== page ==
PS 89-240 - The Urban Biodiversity Inventory Framework

Friday, August 11, 2017
Exhibit Hall, Oregon Convention Center
Leslie L. Bliss-Ketchum and Jalene Littlejohn, Samara Group LLC, Portland, OR

The Urban Biodiversity Inventory Framework (UBIF) and associated online tool (at is a flexible yet robust framework designed to provide cities with appropriate guidance to successfully record, analyze and assess biodiversity information in urban areas. Cities are increasingly recognized as important locations for local biodiversity, endangered species and/or for providing stopover sites for migratory species. As human populations grow and available habitat areas shrink, the need to track and maintain urban biodiversity becomes increasingly important. By providing a way to accurately and consistently assess biodiversity resources and track changes over time the UBIF can assist cities in making appropriate management decisions to protect this critical asset. This project was initiated by five partner cities (St. Louis MO, San Francisco CA, Portland OR, Pittsburgh PA and Philadelphia PA), active in the Urban Sustainability Directors Network. These cities selected Samara Group LLC to develop the framework.

The UBIF assists cities by providing a record of biodiversity information to support proactive efforts to maintain and enhance biodiversity as well as the ability to identify the need for response when species are declining. The Framework provides specific methodology for collecting and tracking urban biodiversity, but is also flexible enough to be used in any city in the country. We accomplished this by describing specific approaches for selecting surrogate species and monitoring sites.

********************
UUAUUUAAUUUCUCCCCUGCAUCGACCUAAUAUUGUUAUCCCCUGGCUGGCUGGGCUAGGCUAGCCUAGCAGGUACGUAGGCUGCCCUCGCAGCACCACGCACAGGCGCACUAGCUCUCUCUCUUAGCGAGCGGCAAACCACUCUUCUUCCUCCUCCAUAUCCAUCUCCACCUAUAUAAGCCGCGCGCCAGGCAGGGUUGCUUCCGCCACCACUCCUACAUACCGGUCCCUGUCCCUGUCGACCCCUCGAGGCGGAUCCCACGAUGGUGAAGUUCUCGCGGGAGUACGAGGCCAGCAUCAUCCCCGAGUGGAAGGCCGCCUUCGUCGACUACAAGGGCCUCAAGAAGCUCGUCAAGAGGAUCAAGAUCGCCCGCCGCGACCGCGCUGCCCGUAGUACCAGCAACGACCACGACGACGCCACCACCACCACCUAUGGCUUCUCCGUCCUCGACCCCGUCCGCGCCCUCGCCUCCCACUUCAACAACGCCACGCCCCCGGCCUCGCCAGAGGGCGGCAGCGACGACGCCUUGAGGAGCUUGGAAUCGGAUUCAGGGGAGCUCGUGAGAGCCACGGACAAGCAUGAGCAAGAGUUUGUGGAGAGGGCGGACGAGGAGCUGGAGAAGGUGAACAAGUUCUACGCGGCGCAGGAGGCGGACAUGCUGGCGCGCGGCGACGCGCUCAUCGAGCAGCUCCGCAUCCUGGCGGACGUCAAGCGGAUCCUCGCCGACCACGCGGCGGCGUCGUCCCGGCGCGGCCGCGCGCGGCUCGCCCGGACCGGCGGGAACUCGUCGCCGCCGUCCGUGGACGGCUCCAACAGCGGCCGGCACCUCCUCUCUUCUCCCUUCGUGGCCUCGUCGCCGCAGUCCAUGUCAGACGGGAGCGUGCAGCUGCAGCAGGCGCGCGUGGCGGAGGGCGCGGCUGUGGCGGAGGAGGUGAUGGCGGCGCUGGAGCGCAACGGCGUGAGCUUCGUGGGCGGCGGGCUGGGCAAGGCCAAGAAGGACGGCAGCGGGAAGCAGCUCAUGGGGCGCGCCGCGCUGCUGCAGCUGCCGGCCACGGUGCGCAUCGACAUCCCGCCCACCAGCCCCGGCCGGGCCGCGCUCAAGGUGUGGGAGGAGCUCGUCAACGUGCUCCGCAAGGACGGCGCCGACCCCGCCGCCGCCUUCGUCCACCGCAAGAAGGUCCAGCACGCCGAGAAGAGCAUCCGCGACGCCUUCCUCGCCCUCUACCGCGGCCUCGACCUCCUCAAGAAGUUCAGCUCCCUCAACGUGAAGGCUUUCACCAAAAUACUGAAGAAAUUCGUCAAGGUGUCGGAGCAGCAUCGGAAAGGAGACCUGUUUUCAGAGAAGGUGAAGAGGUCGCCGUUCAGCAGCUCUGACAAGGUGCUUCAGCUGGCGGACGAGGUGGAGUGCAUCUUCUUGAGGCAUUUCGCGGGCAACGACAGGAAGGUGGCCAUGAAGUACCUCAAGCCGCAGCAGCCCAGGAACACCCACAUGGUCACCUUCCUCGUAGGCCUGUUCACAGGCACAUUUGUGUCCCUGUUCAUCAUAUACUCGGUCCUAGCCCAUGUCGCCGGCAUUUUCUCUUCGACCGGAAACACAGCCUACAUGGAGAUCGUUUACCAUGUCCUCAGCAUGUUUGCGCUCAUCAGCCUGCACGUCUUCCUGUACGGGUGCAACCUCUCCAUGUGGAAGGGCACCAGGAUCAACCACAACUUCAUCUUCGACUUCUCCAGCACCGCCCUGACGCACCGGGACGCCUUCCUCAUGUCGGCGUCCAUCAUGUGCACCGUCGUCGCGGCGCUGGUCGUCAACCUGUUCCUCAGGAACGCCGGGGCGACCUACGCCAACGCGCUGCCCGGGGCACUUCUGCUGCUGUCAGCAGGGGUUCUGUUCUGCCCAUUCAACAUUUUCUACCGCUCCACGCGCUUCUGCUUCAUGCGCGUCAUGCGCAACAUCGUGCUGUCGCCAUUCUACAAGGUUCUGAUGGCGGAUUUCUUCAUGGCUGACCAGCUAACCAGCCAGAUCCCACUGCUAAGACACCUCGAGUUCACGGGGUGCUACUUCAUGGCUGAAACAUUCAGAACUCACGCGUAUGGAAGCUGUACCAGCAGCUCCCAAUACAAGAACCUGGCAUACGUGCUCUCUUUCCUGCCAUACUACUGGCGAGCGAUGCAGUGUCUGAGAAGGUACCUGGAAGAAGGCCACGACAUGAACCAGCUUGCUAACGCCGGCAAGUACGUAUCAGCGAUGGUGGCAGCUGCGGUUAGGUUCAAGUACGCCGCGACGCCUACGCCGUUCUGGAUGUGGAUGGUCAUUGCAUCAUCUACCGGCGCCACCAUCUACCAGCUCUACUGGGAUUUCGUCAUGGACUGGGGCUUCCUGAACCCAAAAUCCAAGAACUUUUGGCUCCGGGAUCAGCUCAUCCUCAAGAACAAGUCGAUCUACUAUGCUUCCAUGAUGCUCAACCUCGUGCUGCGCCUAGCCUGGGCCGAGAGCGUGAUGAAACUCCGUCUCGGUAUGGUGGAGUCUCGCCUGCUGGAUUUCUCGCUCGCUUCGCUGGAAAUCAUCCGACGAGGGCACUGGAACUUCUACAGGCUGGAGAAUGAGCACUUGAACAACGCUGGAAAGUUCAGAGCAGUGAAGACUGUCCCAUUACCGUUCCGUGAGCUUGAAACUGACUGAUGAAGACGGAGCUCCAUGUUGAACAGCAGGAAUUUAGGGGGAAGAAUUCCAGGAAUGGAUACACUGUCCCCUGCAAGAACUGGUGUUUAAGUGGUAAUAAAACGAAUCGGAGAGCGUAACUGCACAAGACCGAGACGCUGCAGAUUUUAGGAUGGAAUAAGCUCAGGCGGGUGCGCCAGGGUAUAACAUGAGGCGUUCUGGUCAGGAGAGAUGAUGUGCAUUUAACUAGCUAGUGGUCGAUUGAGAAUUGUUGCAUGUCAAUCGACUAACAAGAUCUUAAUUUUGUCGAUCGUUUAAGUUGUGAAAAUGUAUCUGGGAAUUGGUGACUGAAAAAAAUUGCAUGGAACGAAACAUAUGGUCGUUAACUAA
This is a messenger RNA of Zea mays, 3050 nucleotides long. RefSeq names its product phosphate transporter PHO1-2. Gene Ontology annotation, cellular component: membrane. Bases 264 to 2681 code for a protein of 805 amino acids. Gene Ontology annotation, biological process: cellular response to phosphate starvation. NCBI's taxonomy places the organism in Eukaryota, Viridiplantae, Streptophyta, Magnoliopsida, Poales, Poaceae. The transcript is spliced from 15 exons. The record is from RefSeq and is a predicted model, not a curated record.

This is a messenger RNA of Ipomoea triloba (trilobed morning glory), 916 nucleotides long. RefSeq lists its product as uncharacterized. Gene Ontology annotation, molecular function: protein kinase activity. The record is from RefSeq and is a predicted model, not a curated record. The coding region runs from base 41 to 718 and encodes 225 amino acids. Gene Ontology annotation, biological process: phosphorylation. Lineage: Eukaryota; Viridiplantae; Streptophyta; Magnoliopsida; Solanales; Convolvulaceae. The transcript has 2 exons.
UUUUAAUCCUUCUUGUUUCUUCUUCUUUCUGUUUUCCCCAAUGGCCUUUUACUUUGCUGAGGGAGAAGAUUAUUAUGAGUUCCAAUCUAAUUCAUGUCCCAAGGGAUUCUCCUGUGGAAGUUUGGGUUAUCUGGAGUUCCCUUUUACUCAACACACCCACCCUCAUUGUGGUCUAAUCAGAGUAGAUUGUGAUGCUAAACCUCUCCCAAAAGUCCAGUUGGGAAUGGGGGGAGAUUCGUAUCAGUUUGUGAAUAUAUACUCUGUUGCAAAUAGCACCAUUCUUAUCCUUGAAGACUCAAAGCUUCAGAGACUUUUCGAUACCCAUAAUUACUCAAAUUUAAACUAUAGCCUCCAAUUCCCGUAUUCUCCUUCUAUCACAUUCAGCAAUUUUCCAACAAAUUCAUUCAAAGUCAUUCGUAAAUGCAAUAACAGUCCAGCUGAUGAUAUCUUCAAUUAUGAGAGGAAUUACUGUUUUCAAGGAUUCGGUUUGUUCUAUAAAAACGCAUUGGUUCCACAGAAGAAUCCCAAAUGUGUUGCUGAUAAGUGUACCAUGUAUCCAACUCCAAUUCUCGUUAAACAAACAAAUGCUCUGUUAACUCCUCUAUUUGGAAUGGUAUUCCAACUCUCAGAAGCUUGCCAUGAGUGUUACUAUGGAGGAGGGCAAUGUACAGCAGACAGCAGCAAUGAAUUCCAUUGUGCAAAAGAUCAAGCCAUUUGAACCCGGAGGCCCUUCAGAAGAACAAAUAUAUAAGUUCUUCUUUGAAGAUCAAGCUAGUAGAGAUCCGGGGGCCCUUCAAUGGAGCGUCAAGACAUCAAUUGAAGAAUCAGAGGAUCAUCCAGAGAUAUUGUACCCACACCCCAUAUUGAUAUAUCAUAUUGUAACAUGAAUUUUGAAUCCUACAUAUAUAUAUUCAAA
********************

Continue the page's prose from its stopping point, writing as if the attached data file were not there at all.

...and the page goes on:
Multiple methodologies (Tracks) are provided that can be used to monitor and assess biodiversity in cities. The Tracks require differing levels of resources to accomplish, and can be used individually or simultaneously. Track 1 describes a record of opportunistic species data that can be collected through work by partners conducting research in the city and incorporated data from sources such as iNaturalist or eBird. Track 2 uses presence/absence monitoring of surrogate species in city and reference sites while Track 3 uses relative abundance. Data is also collected to describe available and protected habitat areas within the city.

By applying the UBIF methodology, cities can monitor the response to actions designed to enhance biodiversity, such as restoration activities. The UBIF structure also allows cities to record changes in biodiversity for a specific species, taxa group, or for multiple taxa in a specific habitat of interest. This flexibility provides information at different levels of organization and can also be used to generate a “report card” or summary score, aiding in communicating of biological information to diverse audiences.